Buddha declared, birth is suffering, death is suffering and our very existence is suffering. Since Buddha’s time the world has become a safer place, with less war and conflict, more material wealth, better health and more social freedom. Yet despite this we seem eternally dissatisfied and stressed.

Evolutionary science helps us to understand why, in the modern world, humans are hardwired to be anxious and fearful, are biased to negativity and subject to cravings. -see my post Yoga as A Cure for the Human Condition. Everyday life is full of difficulty, loss, and heartbreak, over which we often have no control. Our innate negative bias leads us to dwell on these problems, no matter how small, creating a spiral of negative thinking, which can consume us. The average human has 12,000-60,000 thoughts each day; up to 98% of these thoughts are the same thoughts we had yesterday and as many of 80% of them are negative thoughts. Our naturally anxious mind can spin impending disaster, shame, guilt, fear and regret from the most innocuous of happenings, creating negative scenarios that we play like mini-movies in our minds, over and over again. These responses only serve to increase and compound our suffering further.

Without the support of modern psychology or evolutionary science, our ancient Indian ancestors, already had a good understanding of the mental patterns the all humans experience. They sought to explore and put names to these concepts. Yoga developed as a set of tools to help overcome these mental patterns and ultimately put an end to human suffering. In the Yoga Sutra, Patanjali offers us a blueprint to break free from human despair.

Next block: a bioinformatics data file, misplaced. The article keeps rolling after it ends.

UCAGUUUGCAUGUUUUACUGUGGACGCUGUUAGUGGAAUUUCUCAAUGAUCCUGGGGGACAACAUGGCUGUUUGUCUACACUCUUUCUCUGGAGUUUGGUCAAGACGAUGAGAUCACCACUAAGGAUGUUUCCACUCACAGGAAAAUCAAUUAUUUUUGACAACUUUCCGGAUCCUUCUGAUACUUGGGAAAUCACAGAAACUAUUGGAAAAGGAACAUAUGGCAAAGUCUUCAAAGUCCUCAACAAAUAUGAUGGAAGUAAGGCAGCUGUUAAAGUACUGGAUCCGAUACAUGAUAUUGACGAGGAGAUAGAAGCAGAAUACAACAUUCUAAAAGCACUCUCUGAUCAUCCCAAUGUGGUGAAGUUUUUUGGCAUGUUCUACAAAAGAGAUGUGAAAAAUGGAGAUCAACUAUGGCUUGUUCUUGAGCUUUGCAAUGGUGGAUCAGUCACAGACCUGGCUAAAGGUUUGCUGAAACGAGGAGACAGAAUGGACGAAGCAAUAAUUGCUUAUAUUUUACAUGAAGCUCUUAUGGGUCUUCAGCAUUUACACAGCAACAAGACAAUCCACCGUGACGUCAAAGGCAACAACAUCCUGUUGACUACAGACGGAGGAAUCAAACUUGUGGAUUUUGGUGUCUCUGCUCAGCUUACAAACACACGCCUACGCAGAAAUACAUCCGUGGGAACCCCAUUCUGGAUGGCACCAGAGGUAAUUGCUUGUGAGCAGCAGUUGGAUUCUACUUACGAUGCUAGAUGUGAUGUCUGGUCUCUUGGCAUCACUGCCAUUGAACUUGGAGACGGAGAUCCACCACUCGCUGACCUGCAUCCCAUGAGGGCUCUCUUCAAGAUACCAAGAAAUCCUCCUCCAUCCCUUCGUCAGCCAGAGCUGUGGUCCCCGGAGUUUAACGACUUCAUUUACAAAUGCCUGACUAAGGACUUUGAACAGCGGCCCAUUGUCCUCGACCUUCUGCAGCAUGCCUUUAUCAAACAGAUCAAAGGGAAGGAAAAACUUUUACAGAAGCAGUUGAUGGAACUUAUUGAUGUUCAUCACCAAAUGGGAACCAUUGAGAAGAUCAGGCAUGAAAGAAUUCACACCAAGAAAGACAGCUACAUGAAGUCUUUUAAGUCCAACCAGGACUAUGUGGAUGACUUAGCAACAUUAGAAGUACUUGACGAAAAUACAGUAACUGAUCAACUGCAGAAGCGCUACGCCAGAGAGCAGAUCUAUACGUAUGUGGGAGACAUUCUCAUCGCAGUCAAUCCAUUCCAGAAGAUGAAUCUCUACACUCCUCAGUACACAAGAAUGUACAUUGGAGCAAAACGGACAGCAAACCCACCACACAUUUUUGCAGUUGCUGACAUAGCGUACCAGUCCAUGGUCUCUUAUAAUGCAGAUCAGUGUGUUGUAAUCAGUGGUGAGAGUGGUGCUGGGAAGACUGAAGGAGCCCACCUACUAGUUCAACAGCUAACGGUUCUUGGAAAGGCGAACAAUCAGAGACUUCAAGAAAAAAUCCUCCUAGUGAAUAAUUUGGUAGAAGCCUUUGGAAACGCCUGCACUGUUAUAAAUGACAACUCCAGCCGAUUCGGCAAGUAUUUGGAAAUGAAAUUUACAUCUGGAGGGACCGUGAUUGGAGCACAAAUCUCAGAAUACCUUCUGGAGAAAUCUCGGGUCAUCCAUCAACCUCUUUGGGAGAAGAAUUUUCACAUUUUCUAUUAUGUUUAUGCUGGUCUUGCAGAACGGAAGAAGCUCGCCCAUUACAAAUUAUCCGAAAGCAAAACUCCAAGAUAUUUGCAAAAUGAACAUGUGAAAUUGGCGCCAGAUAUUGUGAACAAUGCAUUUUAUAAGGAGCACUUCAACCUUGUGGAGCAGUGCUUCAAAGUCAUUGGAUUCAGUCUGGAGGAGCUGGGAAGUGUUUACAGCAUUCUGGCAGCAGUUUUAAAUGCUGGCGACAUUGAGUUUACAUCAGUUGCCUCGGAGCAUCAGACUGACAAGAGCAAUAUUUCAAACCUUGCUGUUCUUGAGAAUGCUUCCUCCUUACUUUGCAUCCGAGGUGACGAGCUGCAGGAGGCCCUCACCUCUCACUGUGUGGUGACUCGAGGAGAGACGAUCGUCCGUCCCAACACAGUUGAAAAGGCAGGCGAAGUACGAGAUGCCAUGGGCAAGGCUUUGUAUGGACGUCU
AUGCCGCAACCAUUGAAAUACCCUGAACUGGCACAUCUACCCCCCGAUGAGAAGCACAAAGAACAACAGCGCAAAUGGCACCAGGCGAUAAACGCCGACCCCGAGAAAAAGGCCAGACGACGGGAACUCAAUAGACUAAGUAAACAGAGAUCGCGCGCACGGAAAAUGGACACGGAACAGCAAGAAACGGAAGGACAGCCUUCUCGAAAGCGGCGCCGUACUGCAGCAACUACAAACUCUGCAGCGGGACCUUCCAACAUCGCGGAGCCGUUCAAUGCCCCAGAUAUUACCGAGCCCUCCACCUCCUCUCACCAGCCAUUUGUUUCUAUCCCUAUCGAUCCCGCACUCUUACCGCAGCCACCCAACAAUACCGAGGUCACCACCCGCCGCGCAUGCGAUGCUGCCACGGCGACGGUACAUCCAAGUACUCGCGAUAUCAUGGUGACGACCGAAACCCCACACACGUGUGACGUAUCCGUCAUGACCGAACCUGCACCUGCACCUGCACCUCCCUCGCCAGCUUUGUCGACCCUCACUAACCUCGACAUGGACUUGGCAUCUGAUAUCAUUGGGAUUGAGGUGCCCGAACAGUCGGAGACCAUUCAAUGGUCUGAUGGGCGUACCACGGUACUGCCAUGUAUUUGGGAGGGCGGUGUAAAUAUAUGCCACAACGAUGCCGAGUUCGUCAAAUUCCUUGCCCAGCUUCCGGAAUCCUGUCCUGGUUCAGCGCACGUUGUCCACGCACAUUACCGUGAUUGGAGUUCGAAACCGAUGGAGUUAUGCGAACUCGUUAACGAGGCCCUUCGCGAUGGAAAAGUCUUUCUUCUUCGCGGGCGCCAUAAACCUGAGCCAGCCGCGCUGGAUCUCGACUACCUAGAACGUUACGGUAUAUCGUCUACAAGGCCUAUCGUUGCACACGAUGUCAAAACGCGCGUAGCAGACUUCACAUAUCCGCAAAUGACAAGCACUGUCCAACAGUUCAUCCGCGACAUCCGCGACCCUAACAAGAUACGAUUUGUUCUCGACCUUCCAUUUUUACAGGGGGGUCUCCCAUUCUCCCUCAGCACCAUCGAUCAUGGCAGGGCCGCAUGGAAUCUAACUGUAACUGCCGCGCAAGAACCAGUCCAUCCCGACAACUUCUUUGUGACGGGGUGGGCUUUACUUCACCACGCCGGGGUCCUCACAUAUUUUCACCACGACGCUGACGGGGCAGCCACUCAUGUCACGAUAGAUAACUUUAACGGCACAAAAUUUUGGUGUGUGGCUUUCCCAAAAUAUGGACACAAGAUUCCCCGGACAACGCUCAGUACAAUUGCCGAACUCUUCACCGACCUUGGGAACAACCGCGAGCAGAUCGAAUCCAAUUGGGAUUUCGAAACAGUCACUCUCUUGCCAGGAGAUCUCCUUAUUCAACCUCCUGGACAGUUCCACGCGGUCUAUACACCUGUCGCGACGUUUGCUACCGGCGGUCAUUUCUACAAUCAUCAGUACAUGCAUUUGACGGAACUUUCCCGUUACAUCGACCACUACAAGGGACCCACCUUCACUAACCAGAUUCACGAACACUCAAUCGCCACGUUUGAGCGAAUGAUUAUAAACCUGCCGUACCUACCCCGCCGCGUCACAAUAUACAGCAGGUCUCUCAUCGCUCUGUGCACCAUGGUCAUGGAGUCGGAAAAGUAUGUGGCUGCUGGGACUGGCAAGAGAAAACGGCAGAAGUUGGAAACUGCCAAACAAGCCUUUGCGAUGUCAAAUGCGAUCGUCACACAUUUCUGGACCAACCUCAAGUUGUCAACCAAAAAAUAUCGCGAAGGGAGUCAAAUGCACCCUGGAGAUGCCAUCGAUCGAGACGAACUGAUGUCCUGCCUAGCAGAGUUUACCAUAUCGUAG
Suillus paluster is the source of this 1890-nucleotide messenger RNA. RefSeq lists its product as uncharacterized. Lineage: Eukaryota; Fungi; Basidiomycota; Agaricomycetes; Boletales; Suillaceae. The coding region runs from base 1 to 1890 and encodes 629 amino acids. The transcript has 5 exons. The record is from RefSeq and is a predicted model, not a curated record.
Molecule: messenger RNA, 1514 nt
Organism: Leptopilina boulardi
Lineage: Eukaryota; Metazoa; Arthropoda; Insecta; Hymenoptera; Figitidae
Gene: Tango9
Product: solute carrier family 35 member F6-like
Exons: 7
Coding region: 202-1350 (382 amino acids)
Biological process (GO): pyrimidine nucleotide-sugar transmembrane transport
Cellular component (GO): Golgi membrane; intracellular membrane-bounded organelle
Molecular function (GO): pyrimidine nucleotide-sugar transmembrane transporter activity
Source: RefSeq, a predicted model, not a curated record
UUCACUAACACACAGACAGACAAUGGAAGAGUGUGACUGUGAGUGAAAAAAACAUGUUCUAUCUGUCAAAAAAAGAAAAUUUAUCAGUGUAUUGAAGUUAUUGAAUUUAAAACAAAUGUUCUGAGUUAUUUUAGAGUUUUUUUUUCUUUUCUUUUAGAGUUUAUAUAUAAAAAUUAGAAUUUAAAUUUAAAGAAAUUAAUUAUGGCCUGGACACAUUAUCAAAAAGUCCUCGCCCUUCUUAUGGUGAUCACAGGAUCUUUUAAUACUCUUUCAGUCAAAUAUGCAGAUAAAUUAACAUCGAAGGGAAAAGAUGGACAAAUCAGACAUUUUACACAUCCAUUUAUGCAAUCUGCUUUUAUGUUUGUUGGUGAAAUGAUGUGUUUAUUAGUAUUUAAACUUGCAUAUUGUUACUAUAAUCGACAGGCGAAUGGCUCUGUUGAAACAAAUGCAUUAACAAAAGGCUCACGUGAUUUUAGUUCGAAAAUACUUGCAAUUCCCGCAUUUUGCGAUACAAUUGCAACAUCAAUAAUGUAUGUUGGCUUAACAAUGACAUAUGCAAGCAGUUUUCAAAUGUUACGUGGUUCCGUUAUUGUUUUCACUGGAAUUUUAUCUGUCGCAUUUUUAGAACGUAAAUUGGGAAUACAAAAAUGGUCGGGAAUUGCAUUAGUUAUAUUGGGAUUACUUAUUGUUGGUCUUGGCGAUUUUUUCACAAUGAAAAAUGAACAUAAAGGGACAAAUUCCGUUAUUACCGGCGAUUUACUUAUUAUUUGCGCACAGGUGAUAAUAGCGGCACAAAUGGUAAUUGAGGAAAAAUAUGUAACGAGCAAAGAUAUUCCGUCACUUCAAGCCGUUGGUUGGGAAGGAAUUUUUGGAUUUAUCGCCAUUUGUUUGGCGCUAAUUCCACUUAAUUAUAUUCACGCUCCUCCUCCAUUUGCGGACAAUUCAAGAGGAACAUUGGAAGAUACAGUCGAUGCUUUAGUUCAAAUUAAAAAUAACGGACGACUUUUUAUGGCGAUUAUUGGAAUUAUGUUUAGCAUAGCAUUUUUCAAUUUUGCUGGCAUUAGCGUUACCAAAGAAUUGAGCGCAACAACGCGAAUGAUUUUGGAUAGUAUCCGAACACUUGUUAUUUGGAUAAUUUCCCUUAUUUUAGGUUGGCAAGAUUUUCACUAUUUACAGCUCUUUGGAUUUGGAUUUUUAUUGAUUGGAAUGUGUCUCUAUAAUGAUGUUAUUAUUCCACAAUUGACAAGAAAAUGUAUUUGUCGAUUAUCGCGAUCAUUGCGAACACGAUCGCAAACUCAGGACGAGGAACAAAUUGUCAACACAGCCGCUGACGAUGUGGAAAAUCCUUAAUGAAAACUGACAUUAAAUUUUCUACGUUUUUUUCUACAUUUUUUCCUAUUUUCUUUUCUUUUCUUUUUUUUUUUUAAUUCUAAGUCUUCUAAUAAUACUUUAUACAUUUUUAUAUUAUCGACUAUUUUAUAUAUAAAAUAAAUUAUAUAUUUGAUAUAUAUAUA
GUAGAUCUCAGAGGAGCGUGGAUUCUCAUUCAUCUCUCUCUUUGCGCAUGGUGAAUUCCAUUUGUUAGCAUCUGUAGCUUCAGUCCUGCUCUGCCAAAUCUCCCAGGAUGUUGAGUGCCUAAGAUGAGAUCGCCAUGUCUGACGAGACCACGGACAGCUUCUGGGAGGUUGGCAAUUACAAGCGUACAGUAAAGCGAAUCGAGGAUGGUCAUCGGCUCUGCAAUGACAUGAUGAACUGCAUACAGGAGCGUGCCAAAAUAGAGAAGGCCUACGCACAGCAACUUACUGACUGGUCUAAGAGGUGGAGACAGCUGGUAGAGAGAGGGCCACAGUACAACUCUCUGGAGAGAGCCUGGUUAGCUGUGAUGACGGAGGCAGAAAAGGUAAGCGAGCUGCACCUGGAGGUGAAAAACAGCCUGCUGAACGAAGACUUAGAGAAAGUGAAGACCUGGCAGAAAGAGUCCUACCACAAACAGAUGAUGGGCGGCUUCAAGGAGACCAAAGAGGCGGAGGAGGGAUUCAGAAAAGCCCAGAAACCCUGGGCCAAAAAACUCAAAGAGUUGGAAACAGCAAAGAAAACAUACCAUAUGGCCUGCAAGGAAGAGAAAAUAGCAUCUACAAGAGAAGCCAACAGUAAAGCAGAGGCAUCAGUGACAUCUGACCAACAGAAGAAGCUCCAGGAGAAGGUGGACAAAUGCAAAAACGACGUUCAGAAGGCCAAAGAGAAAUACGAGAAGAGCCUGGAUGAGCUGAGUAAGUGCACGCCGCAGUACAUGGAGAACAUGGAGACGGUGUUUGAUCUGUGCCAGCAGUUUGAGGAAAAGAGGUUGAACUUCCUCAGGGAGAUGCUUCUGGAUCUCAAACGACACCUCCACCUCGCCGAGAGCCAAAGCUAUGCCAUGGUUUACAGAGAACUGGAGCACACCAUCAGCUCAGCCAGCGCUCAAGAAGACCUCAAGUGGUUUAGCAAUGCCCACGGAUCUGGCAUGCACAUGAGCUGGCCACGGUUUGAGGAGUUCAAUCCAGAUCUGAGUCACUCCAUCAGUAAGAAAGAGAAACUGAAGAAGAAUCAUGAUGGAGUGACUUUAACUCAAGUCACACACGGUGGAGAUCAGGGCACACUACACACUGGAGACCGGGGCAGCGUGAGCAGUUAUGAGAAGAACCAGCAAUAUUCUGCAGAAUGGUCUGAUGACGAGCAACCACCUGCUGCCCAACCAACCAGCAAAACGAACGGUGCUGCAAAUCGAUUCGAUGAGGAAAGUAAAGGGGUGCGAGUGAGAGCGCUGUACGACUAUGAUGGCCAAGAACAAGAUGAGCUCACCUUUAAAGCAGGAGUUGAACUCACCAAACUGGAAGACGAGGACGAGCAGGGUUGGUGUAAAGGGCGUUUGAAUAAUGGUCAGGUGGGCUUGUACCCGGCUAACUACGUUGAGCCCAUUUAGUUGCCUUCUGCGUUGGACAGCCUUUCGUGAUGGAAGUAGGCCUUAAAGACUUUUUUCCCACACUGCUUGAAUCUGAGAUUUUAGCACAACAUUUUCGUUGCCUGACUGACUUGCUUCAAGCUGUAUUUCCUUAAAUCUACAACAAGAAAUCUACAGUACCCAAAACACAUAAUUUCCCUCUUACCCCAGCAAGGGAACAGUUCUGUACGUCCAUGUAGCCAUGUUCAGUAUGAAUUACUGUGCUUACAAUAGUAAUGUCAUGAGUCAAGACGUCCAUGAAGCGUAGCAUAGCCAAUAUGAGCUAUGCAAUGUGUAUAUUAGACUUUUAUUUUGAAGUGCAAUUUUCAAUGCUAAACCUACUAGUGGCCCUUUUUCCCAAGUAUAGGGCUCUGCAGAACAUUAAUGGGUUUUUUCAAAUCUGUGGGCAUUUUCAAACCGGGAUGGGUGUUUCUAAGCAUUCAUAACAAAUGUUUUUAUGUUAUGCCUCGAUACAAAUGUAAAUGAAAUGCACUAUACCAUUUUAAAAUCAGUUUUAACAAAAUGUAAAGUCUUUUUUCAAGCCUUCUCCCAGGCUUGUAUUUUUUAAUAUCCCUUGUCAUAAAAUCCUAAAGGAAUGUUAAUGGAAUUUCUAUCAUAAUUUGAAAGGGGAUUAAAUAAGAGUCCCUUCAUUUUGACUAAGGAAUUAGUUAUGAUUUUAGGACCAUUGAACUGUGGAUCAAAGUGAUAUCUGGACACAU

According to Patanjali, the five Kleshas are the causes of human suffering. The first Klesha Avidya is the source of all suffering, the parent from which other Kleshas are born. Avidya is sometimes defined as ignorance and refers to an incorrect understanding of the nature of things brought about by our warped perceptions. Life is an accumulation of things, thoughts and experiences that we identify with along our journey. Once we have identified with these things, thoughts and experiences, we can no longer perceive life the way it truly is. Our perception becomes fogged and we are unable to see things clearly; we instead perceive life the way it is necessary to do so (or we perceive it is necessary to do so) for our survival. Unless we can create a space between our own perceptions and the real world, we will never see things as they truly are.

Through the eight limbs of classical yoga, Patanjali sets out tools to enable us to create this space, in the form of physical and mental practices, which will rid us of despair. Yoga can ultimately provide the mental clarity we need to help us to separate out our perceptions of the world from the way they really are. Yoga enables us to see suffering for what it really is, beyond our control and compounded by our negative bias and warped perceptions. Yoga practice creates in us an awareness in each moment, a stillness and an understanding that the lens through which we look at the world is just that, a lens and not reality. Through cultivating this awareness, we create the distance and clarity we need to end our personal suffering.